Friday, October 16, 2009

NegaMax with alphaBeta pruning.

In the last post, we completed the process of generating a list of all possible moves, and had the engine choose randomly from the list. Now in the alpha7 phase we add add some algorithms to enable the engine to analyse the position and calculate the best move to play. I won't attempt to explain how negamax and alpha-beta pruning works, there are plenty of websites that explain that. I will make a few general comments. My program currently has the following basic algorithms that are all design to work together.

Negamax ( which is equivalent to MiniMax ), is the standard base recursion algorithm for traversing (searching) game trees. Negamax will examine every possible variation, even obviously bad ones. It can be very slow, because we all know how the number of possible chess moves can grow exponentially.

AlphaBeta pruning is added to the picture to improve the performance of negamax, and it serves this purpose very well. It does so by eliminating from further analysis those variations that, based on best play by both sides, can't possibly change the final decision. Assuming we are searching at a fixed depth, alphaBeta will make the same move as negaMax, only it will do so faster. It follows that if we are playing under time controls, alphaBeta will search deeper than plain negaMax.

MVV/LVA (Most Valuable Victim/Least Valuable Attacker) is a method for ordering the list of possible moves at each node. The effectiveness of AlphaBeta pruning is improved if we can place those moves that are likely to be "best" at the top of the list. Naturally we can only make guesses as to which move is best, but we know that if we evaluate captures first, and furthormore we order the captures according to the MVV/LVA principle, we will significantly improve the speed of alphaBeta search.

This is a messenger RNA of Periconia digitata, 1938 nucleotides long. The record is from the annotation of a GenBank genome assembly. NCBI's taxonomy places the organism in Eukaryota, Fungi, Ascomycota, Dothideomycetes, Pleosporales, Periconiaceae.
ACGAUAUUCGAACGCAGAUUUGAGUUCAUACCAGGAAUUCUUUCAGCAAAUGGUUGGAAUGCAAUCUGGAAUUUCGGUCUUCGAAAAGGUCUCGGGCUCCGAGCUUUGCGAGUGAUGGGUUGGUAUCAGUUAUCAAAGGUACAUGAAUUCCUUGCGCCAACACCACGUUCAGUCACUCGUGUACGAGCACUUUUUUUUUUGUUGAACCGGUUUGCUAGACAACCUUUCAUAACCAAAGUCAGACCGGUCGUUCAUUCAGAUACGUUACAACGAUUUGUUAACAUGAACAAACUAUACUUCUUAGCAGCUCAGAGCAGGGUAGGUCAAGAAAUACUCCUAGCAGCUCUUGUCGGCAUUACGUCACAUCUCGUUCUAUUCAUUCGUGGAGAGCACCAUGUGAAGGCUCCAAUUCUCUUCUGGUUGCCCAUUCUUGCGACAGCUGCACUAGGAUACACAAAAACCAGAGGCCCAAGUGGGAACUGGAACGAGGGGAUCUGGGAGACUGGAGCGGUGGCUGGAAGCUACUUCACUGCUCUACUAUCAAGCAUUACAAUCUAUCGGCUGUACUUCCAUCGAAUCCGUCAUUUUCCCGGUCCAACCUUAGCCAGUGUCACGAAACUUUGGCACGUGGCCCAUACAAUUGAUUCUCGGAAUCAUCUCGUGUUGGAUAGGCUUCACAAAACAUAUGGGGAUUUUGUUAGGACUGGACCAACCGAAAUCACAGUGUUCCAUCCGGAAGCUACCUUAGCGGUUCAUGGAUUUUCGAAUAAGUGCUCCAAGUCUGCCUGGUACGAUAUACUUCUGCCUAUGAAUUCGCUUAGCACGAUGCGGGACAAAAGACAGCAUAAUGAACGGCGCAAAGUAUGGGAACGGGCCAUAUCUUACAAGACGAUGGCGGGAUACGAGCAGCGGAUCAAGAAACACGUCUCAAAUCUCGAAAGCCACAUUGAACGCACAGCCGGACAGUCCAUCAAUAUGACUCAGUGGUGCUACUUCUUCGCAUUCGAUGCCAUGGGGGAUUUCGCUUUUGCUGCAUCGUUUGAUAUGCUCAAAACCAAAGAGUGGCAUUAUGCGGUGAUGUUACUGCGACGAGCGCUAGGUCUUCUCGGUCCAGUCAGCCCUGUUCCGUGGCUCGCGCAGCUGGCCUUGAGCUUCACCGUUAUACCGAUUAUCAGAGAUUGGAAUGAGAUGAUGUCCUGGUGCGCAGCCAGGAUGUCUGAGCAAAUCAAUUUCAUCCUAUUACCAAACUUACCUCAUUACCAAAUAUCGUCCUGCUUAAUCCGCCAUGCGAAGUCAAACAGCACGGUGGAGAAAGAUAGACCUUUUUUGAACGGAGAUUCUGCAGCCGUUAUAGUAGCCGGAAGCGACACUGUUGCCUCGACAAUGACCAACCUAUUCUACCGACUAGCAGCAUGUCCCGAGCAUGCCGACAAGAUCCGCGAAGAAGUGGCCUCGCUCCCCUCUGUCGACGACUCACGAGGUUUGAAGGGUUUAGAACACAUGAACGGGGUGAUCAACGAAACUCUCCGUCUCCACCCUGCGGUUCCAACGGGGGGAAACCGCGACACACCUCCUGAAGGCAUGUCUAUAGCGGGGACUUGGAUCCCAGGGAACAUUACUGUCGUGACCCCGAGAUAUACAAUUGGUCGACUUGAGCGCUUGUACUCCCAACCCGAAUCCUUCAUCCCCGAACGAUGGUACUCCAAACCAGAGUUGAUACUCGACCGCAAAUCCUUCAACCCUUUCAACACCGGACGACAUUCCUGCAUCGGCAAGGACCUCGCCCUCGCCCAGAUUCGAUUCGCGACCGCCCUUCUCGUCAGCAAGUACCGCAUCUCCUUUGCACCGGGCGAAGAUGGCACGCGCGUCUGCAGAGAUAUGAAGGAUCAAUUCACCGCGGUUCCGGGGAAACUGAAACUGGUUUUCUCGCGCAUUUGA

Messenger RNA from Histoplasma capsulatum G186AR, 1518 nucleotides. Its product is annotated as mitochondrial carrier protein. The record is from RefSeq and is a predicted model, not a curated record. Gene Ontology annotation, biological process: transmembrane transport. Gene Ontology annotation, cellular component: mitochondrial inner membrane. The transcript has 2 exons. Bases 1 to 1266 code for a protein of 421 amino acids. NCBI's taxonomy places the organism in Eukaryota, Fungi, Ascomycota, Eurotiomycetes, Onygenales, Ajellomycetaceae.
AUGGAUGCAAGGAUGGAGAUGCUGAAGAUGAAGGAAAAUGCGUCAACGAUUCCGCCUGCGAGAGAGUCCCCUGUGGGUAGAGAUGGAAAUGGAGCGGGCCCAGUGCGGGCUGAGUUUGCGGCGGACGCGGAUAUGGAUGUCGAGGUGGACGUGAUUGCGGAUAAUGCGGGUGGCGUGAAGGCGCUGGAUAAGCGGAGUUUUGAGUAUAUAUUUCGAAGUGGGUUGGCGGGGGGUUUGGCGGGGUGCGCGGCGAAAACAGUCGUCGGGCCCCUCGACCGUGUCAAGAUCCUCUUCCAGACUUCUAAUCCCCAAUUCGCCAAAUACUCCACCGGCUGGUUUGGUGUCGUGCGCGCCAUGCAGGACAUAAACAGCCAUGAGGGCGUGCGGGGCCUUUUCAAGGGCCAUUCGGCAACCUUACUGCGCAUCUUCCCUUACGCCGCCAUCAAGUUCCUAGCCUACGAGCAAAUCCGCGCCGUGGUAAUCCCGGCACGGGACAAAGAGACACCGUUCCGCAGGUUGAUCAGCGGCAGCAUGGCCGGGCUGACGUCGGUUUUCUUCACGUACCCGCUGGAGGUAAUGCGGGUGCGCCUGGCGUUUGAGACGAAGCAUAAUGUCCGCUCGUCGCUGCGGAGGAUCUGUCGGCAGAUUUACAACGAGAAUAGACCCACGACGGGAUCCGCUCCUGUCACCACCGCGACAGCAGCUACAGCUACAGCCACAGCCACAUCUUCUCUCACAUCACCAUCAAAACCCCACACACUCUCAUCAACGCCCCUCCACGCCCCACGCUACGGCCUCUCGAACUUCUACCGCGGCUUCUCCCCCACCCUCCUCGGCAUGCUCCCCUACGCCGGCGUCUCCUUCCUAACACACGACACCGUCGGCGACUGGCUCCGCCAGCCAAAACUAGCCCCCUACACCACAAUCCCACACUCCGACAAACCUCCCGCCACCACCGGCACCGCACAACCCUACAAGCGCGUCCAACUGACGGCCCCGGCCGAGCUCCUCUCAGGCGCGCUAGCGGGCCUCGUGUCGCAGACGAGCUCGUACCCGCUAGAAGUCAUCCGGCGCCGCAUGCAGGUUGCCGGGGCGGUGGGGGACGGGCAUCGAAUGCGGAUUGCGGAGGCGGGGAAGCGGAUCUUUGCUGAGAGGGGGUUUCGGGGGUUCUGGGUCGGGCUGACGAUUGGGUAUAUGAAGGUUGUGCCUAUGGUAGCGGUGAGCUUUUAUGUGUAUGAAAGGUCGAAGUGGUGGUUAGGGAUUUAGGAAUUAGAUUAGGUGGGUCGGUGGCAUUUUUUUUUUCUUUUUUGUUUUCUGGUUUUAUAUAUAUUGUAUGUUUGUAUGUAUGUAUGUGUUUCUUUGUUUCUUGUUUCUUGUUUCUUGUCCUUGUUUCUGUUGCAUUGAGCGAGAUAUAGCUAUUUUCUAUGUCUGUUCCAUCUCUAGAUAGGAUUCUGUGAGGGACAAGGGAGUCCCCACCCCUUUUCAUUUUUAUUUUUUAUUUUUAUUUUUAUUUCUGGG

An evaluate() function is a must. evaluate() assigns a value to those positions at the end of the search tree (leaf nodes). Negamax/alpha beta provides a means of comparison of values assigned by evaluate(). At this point, my evaluate() only calculates the material balance. This means the program has no strategy, but is very good at tactics. Strategy, in the form of a better evaluate() function, comes later once I have squeezed the most out of my algorithms.

If you wish to learn more about these topics, I can recommend the following website, which was a big help to me. It will help you to better understand my source code.

I have redesigned my GUI to help evaluate the effectiveness of the different features. There is a drop-down list which controls which algorithms will be used. It's all pretty straightforward. Output for each computer move includes the time taken and the # of leaf nodes evaluated. The Better the algorithm, the fewer leaf nodes you need to evaluate.

As always, an updated applet and source code is available on the fchess2 website. If you have any questions, you are welcome to commment in the blog.

Have a nice day.

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